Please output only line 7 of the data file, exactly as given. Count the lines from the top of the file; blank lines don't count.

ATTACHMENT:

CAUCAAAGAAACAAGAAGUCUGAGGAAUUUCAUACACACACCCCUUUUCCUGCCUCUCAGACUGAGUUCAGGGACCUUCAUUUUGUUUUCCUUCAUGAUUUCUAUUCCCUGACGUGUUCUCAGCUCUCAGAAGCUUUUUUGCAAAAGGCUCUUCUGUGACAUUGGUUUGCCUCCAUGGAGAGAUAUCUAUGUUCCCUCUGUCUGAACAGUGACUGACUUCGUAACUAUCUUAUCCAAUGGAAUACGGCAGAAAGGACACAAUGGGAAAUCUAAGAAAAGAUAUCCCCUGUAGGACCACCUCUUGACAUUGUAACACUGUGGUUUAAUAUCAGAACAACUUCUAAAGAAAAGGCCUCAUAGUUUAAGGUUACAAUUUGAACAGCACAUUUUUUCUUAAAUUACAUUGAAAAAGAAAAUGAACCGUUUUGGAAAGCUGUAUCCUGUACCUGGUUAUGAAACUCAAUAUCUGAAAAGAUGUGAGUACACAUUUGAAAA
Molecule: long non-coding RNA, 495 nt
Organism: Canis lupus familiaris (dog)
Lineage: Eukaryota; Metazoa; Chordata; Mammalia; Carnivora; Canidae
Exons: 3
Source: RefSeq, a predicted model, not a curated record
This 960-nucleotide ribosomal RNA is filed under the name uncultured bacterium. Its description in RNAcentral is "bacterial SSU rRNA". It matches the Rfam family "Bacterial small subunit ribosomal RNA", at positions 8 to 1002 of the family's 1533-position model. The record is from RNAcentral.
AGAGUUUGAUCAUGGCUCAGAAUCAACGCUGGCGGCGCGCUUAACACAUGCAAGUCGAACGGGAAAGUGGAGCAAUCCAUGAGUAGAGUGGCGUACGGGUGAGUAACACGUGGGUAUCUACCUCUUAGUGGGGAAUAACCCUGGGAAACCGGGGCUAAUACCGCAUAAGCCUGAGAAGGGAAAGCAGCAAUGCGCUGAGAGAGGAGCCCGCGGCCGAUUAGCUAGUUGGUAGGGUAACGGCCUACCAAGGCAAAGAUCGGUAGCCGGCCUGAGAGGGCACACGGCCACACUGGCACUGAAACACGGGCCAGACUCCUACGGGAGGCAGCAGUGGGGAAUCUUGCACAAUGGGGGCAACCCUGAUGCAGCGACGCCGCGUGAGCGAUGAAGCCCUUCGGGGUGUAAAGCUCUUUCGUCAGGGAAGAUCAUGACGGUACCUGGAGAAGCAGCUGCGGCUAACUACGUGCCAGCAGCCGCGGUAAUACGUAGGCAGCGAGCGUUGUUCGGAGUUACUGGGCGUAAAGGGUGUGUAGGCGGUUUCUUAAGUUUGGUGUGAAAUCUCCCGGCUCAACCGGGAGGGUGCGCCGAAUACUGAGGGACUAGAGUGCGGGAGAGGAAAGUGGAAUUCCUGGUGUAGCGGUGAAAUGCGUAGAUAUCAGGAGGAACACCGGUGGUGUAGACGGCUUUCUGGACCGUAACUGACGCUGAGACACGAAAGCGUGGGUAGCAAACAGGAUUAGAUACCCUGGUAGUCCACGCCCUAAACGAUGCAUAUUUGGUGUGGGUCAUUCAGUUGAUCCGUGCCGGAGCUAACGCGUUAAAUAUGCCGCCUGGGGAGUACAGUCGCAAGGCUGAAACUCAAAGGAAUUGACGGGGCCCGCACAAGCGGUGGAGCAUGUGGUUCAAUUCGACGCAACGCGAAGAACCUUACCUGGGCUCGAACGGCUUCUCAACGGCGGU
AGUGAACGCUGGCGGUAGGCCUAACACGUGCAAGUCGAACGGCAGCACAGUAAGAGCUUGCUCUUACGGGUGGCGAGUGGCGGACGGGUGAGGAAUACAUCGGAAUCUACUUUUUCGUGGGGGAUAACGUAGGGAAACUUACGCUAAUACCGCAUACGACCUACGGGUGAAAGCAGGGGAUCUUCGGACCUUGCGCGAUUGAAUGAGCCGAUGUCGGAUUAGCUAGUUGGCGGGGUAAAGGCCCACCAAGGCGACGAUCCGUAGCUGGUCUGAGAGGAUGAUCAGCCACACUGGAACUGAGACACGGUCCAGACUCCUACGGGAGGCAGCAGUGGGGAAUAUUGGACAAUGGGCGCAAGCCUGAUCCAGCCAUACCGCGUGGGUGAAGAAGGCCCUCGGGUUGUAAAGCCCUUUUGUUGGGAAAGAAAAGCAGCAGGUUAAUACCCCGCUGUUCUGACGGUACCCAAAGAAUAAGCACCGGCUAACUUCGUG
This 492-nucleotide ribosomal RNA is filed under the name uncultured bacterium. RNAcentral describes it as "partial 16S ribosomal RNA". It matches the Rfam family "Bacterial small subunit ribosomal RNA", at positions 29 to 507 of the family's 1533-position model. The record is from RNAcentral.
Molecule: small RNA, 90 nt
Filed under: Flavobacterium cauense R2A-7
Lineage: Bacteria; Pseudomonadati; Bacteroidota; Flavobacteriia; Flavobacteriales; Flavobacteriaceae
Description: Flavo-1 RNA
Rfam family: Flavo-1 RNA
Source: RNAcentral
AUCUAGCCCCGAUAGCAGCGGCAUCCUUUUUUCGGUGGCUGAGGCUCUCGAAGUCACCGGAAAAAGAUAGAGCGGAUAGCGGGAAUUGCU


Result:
This 960-nucleotide ribosomal RNA is filed under the name uncultured bacterium. Its description in RNAcentral is "bacterial SSU rRNA". It matches the Rfam family "Bacterial small subunit ribosomal RNA", at positions 8 to 1002 of the family's 1533-position model. The record is from RNAcentral.